'They've splashed on purpose': Drenching a pedestrian could cost you

Drivers can be receive a fine of $175 and three demerit points if caught intentionally splashing a pedestrian in P.E.I.

Motorists could face a fine of $175 if caught intentionally splashing a pedestrian

Melting snow can quickly turn into small lakes along roadsides. (Tom Steepe/CBC)

It's never fun, and it's probably happened to a lot of people — especially at this time of year.

Getting splashed by a passing car can quickly ruin a nice walk. 

When the temperatures begin to rise each spring, melting snow can quickly turn into small lakes along roadsides.

If you are tempted to hit the gas the next time you see a puddle, police advise you to think again.

Drenching a pedestrian could end up in more than a sound cursing for a driver. It is a legal offence in P.E.I. and the driver may be fined.

"If an officer witnesses the event, then the officer has the discretion to lay the charge," said Const. Ron Kennedy of the Charlottetown Police Service.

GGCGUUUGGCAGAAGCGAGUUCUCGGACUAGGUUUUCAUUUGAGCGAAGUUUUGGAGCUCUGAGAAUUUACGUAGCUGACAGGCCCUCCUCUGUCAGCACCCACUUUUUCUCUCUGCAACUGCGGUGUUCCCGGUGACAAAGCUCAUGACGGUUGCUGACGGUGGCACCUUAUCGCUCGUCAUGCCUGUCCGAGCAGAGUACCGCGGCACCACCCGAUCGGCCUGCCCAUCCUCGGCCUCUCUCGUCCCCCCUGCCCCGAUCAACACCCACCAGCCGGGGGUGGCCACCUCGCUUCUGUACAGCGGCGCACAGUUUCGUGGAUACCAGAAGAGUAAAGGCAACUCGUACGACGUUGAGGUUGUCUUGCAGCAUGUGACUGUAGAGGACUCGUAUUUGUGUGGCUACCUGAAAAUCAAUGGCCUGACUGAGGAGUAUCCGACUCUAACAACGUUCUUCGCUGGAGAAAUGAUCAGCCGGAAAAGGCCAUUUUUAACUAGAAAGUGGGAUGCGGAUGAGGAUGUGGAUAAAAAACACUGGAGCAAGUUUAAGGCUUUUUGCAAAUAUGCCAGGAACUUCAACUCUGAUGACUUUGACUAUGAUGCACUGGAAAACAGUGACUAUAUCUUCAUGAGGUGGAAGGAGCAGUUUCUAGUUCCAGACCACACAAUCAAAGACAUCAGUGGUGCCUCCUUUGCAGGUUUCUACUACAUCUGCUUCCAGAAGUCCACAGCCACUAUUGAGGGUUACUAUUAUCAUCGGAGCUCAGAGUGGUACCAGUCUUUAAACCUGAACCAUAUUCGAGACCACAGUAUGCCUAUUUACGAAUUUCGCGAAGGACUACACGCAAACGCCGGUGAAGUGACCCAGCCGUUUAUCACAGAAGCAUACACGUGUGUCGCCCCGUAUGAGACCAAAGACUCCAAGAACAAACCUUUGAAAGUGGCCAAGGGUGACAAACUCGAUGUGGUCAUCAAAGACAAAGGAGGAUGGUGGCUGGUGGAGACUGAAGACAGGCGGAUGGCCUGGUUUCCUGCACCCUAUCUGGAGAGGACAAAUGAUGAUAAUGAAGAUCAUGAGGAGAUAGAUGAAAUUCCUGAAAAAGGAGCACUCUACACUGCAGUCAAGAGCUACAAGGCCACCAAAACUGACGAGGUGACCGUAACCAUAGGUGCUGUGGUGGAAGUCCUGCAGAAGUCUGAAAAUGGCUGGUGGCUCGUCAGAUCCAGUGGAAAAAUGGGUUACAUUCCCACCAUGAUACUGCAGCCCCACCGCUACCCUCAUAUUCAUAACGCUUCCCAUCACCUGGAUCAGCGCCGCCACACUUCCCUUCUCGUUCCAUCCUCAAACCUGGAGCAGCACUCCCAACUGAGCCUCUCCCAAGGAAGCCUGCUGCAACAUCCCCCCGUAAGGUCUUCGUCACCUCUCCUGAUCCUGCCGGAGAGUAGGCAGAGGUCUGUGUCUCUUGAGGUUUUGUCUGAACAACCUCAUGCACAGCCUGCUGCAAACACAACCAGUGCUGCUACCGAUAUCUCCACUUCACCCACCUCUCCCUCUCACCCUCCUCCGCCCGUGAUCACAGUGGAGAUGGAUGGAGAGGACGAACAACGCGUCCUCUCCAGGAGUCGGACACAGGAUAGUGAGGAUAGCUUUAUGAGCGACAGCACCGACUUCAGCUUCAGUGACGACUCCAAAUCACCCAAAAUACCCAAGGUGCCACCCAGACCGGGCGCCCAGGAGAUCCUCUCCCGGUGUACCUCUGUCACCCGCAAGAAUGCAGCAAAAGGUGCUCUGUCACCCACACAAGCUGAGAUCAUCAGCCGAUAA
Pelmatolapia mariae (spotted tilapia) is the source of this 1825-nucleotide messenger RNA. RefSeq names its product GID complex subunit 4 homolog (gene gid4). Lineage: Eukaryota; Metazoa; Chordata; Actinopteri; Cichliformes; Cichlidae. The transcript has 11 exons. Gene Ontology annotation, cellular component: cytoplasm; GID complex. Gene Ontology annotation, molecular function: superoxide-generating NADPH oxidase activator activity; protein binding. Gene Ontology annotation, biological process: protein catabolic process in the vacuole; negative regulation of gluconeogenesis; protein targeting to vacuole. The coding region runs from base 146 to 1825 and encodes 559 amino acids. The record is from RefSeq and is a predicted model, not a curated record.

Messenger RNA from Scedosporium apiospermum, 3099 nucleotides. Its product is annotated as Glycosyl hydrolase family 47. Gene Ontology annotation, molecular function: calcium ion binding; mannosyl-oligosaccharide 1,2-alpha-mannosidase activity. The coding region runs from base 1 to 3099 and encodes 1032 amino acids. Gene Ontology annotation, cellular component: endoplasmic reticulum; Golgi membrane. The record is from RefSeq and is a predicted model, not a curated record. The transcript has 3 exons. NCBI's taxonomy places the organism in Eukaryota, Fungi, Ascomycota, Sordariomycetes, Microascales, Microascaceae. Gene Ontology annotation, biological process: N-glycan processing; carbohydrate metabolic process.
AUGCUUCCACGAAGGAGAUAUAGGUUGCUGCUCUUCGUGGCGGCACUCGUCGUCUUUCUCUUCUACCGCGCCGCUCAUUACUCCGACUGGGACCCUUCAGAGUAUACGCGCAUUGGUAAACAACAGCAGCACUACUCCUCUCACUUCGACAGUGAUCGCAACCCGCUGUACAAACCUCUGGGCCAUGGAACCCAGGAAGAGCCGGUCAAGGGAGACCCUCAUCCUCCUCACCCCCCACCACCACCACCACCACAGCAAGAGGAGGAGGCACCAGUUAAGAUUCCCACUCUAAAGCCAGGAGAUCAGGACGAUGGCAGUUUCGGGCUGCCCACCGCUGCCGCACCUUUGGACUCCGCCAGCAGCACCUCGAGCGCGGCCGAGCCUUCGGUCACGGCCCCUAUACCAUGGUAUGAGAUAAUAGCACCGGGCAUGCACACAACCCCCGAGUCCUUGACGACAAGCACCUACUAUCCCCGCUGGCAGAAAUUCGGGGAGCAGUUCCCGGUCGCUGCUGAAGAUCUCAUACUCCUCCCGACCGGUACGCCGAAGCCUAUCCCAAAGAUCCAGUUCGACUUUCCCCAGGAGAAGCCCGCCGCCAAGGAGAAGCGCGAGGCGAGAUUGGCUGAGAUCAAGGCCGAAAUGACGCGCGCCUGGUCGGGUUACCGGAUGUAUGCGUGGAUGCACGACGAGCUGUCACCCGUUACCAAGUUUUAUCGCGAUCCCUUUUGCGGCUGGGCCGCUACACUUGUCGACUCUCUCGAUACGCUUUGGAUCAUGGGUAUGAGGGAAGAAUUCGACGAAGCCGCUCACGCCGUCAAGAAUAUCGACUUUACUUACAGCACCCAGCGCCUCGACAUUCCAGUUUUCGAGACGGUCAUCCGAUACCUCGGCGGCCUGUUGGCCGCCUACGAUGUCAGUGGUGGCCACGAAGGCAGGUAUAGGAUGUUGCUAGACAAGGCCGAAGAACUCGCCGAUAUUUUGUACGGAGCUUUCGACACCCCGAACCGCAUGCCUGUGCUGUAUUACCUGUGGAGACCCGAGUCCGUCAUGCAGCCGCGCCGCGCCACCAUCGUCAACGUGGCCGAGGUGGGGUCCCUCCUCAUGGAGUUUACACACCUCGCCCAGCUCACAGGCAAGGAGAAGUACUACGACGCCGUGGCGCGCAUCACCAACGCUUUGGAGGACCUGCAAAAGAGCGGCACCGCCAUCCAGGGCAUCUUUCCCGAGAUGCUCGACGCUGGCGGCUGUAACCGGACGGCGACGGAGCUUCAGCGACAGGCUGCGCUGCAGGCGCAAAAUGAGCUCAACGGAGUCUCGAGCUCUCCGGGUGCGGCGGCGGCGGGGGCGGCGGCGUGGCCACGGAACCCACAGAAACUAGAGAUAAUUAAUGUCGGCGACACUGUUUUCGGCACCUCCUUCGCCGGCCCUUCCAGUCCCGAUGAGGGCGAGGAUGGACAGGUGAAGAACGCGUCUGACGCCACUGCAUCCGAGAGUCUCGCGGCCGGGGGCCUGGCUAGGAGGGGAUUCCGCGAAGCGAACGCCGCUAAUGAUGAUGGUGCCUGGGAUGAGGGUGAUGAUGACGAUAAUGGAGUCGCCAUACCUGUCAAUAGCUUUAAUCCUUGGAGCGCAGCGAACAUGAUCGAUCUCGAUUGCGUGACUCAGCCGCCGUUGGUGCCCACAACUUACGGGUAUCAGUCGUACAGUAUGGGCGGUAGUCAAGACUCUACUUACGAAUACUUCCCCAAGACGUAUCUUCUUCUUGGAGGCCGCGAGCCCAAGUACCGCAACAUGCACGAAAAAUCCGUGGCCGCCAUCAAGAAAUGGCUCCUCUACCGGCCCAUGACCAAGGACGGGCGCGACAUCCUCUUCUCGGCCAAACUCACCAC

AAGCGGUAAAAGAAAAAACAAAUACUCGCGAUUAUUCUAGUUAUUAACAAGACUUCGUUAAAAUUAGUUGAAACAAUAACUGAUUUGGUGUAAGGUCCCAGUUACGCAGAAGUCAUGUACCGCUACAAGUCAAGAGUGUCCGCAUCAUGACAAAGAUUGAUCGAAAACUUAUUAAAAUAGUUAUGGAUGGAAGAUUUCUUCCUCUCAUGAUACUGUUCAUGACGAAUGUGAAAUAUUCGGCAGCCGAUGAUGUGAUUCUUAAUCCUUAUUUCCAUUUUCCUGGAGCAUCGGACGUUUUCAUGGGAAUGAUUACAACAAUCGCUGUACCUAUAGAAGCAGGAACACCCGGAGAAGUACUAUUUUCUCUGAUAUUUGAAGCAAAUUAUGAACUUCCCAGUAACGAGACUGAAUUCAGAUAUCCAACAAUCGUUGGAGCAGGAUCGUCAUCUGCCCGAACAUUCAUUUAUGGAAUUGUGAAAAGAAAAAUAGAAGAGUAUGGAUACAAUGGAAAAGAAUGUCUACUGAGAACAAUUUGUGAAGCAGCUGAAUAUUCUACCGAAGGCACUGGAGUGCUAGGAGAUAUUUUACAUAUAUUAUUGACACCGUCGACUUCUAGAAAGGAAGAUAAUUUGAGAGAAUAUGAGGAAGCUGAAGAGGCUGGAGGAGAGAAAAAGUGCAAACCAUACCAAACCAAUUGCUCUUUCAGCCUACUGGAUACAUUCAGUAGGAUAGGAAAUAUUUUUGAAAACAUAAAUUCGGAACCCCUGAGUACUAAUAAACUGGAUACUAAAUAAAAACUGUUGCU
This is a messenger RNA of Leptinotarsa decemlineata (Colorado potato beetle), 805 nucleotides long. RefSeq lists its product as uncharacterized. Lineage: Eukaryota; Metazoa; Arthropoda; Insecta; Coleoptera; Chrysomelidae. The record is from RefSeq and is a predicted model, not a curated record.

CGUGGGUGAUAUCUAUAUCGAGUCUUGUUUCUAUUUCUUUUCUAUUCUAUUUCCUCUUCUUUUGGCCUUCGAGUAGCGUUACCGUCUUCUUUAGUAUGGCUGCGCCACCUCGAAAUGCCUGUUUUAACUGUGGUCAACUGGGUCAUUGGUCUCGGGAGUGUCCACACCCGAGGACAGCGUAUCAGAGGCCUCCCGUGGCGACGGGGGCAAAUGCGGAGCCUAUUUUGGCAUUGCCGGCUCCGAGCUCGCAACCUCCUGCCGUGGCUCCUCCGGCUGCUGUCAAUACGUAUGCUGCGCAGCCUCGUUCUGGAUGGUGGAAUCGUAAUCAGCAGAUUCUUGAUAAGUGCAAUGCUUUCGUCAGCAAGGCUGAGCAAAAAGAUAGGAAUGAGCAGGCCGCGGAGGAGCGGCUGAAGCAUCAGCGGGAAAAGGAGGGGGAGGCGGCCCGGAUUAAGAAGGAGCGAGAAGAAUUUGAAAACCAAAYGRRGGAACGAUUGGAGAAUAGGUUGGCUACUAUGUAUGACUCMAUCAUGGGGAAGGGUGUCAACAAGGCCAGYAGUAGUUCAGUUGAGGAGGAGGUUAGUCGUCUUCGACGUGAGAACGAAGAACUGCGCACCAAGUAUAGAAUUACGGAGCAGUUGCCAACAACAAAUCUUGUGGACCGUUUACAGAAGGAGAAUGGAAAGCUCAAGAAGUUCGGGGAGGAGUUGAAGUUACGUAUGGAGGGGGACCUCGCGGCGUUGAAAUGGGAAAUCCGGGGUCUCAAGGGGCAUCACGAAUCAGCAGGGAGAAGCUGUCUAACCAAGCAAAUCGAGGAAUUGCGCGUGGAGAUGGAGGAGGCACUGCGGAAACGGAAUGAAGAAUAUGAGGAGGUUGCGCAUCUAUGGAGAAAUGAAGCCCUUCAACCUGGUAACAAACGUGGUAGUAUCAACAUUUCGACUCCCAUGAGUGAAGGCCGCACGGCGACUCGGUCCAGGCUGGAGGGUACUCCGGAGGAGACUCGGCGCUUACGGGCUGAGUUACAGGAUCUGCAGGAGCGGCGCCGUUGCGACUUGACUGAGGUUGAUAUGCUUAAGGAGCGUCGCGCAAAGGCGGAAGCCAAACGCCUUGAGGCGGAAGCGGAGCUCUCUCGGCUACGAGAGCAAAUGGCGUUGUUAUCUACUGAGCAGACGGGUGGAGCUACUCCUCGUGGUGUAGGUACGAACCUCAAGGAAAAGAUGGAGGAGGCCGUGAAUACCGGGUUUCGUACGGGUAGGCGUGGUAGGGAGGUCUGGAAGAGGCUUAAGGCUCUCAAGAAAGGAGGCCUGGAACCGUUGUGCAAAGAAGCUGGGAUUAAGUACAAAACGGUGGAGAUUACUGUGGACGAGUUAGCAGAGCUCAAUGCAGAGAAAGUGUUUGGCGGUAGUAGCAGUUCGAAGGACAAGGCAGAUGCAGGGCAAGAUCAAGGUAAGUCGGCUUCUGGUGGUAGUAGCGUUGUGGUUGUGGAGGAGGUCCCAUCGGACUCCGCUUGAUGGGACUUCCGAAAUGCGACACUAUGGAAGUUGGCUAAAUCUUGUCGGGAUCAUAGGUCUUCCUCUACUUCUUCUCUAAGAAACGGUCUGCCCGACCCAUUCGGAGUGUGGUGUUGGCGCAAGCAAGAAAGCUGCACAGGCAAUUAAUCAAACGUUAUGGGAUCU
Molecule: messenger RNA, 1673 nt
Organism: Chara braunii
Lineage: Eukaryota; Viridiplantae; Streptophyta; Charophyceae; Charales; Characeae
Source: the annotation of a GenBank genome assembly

"A lot of times, the charge is laid when people come forward with their complaint to us that they have been, and for the most part, they've been splashed on purpose." 

'Went out of their way to splash them'

If someone is intentionally driving around targeting pedestrians, Kennedy said police would like to investigate.

The more information that's provided the better.

"If they can get the plate, the plate number of the vehicle that splashed them, that would be able to help us track the vehicle down," explained Kennedy. 

Police advise motorists to slow and use extreme caution when approaching large puddles. (Tom Steepe/CBC)

In most cases, most people don't report it, Kennedy added.  If they do, and charges are laid, a driver could be hit with a fine of $175 and three demerit points.

"I don't think most people generally set out to do this sort of thing. It's kind of an accident, they drive through it and splash someone," Kennedy said. "Most people we find are apologetic, and a lot of times the people that have been splashed are usually happy with that response."

Police advise motorists to slow down and use common sense when approaching a large puddle with a pedestrians close by.